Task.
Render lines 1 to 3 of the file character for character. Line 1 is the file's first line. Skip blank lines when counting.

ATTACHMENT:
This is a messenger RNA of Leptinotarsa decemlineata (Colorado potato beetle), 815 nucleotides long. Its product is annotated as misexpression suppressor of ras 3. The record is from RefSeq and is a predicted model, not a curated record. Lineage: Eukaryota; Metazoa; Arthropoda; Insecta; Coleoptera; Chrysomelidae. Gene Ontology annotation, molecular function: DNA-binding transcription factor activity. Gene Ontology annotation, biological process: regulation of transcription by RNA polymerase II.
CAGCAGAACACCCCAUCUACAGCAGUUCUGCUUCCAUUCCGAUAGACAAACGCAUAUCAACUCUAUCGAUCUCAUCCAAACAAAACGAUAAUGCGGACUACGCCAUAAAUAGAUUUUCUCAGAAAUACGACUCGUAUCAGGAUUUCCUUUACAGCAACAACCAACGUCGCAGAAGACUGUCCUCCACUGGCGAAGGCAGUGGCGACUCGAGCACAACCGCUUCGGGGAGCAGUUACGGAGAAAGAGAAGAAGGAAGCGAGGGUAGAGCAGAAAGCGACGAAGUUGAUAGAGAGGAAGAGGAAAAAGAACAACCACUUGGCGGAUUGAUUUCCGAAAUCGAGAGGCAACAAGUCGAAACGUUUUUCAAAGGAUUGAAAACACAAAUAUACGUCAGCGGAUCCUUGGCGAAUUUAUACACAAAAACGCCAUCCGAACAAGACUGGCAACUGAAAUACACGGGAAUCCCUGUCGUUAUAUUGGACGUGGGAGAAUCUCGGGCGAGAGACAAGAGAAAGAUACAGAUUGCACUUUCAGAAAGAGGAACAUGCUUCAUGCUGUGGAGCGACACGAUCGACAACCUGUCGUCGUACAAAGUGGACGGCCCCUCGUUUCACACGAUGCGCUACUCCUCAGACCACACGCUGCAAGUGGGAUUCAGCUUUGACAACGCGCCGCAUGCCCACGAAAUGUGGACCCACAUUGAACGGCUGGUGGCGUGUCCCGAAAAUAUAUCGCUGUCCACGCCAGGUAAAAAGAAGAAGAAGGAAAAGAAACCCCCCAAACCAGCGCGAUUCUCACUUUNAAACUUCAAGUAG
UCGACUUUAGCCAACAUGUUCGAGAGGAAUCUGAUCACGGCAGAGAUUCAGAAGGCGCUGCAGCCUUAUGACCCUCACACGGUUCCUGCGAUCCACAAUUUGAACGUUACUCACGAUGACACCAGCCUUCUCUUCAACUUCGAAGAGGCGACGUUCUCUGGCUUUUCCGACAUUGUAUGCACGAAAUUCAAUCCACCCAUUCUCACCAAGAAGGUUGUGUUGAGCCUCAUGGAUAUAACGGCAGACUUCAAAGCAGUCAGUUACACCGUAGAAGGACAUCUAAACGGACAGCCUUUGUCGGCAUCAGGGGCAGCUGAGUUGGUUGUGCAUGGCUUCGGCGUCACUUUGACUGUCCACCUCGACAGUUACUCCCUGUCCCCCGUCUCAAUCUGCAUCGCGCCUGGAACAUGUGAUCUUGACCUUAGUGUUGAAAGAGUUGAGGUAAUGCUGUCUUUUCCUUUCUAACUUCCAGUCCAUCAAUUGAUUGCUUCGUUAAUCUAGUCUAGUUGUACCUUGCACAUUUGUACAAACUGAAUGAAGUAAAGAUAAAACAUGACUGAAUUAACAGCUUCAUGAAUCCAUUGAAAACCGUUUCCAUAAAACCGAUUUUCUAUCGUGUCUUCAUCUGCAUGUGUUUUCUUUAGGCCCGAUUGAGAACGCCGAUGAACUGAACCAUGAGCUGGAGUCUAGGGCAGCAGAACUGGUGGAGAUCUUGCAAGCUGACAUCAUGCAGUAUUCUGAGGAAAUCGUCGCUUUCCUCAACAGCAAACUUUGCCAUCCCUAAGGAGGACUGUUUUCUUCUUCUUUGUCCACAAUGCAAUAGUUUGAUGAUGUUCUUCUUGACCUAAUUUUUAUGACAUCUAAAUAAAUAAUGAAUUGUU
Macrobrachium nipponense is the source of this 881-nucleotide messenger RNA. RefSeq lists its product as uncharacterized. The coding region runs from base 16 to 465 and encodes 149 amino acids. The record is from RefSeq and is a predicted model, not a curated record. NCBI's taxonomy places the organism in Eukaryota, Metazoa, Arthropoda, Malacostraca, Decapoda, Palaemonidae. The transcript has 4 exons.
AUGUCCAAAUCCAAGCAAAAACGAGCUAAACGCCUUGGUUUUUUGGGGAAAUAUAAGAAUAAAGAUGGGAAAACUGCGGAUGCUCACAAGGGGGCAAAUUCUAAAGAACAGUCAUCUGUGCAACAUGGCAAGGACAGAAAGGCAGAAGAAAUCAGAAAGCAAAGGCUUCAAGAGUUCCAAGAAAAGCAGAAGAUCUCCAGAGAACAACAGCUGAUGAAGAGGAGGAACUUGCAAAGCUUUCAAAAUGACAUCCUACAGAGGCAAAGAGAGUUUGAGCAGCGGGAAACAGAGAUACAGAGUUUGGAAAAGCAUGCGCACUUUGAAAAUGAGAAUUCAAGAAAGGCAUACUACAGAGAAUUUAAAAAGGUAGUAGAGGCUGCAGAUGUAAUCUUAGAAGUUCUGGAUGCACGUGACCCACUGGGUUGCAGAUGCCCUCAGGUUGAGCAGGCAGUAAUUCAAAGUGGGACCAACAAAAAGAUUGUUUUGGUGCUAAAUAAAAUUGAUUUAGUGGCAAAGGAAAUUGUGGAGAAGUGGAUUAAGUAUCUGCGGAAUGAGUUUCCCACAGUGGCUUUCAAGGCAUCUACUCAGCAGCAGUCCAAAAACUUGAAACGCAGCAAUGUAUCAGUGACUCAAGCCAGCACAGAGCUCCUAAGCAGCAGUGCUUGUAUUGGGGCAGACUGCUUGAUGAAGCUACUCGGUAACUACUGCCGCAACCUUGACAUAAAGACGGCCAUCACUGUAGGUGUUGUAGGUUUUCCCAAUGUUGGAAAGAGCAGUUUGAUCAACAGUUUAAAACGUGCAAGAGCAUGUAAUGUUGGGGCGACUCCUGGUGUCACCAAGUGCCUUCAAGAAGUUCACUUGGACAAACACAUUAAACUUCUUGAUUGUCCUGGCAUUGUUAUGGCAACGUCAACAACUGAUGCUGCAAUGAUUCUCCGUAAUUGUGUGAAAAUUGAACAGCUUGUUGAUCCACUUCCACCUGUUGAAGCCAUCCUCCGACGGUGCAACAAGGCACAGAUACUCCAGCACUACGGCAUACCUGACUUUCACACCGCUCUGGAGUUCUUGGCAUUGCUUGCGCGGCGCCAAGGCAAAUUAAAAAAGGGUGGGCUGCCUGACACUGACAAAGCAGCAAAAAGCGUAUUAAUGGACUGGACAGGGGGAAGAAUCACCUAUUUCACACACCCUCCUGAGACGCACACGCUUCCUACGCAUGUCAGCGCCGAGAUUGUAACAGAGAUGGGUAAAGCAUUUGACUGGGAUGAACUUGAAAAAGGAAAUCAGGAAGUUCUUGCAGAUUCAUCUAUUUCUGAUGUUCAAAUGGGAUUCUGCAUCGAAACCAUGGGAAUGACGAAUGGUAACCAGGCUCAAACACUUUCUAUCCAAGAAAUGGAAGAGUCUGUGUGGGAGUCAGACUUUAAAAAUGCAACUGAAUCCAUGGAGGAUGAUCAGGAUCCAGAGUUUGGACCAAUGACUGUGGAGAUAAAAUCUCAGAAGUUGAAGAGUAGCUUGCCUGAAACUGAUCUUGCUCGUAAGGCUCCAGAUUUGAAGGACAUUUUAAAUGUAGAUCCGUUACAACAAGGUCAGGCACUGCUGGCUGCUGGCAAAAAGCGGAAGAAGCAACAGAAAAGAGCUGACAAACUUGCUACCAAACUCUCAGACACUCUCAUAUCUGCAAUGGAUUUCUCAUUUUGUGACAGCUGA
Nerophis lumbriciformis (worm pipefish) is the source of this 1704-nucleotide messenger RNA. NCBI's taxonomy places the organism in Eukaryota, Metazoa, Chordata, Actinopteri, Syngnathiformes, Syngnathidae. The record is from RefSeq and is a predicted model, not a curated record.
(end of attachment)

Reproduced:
This is a messenger RNA of Leptinotarsa decemlineata (Colorado potato beetle), 815 nucleotides long. Its product is annotated as misexpression suppressor of ras 3. The record is from RefSeq and is a predicted model, not a curated record. Lineage: Eukaryota; Metazoa; Arthropoda; Insecta; Coleoptera; Chrysomelidae. Gene Ontology annotation, molecular function: DNA-binding transcription factor activity. Gene Ontology annotation, biological process: regulation of transcription by RNA polymerase II.
CAGCAGAACACCCCAUCUACAGCAGUUCUGCUUCCAUUCCGAUAGACAAACGCAUAUCAACUCUAUCGAUCUCAUCCAAACAAAACGAUAAUGCGGACUACGCCAUAAAUAGAUUUUCUCAGAAAUACGACUCGUAUCAGGAUUUCCUUUACAGCAACAACCAACGUCGCAGAAGACUGUCCUCCACUGGCGAAGGCAGUGGCGACUCGAGCACAACCGCUUCGGGGAGCAGUUACGGAGAAAGAGAAGAAGGAAGCGAGGGUAGAGCAGAAAGCGACGAAGUUGAUAGAGAGGAAGAGGAAAAAGAACAACCACUUGGCGGAUUGAUUUCCGAAAUCGAGAGGCAACAAGUCGAAACGUUUUUCAAAGGAUUGAAAACACAAAUAUACGUCAGCGGAUCCUUGGCGAAUUUAUACACAAAAACGCCAUCCGAACAAGACUGGCAACUGAAAUACACGGGAAUCCCUGUCGUUAUAUUGGACGUGGGAGAAUCUCGGGCGAGAGACAAGAGAAAGAUACAGAUUGCACUUUCAGAAAGAGGAACAUGCUUCAUGCUGUGGAGCGACACGAUCGACAACCUGUCGUCGUACAAAGUGGACGGCCCCUCGUUUCACACGAUGCGCUACUCCUCAGACCACACGCUGCAAGUGGGAUUCAGCUUUGACAACGCGCCGCAUGCCCACGAAAUGUGGACCCACAUUGAACGGCUGGUGGCGUGUCCCGAAAAUAUAUCGCUGUCCACGCCAGGUAAAAAGAAGAAGAAGGAAAAGAAACCCCCCAAACCAGCGCGAUUCUCACUUUNAAACUUCAAGUAG
UCGACUUUAGCCAACAUGUUCGAGAGGAAUCUGAUCACGGCAGAGAUUCAGAAGGCGCUGCAGCCUUAUGACCCUCACACGGUUCCUGCGAUCCACAAUUUGAACGUUACUCACGAUGACACCAGCCUUCUCUUCAACUUCGAAGAGGCGACGUUCUCUGGCUUUUCCGACAUUGUAUGCACGAAAUUCAAUCCACCCAUUCUCACCAAGAAGGUUGUGUUGAGCCUCAUGGAUAUAACGGCAGACUUCAAAGCAGUCAGUUACACCGUAGAAGGACAUCUAAACGGACAGCCUUUGUCGGCAUCAGGGGCAGCUGAGUUGGUUGUGCAUGGCUUCGGCGUCACUUUGACUGUCCACCUCGACAGUUACUCCCUGUCCCCCGUCUCAAUCUGCAUCGCGCCUGGAACAUGUGAUCUUGACCUUAGUGUUGAAAGAGUUGAGGUAAUGCUGUCUUUUCCUUUCUAACUUCCAGUCCAUCAAUUGAUUGCUUCGUUAAUCUAGUCUAGUUGUACCUUGCACAUUUGUACAAACUGAAUGAAGUAAAGAUAAAACAUGACUGAAUUAACAGCUUCAUGAAUCCAUUGAAAACCGUUUCCAUAAAACCGAUUUUCUAUCGUGUCUUCAUCUGCAUGUGUUUUCUUUAGGCCCGAUUGAGAACGCCGAUGAACUGAACCAUGAGCUGGAGUCUAGGGCAGCAGAACUGGUGGAGAUCUUGCAAGCUGACAUCAUGCAGUAUUCUGAGGAAAUCGUCGCUUUCCUCAACAGCAAACUUUGCCAUCCCUAAGGAGGACUGUUUUCUUCUUCUUUGUCCACAAUGCAAUAGUUUGAUGAUGUUCUUCUUGACCUAAUUUUUAUGACAUCUAAAUAAAUAAUGAAUUGUU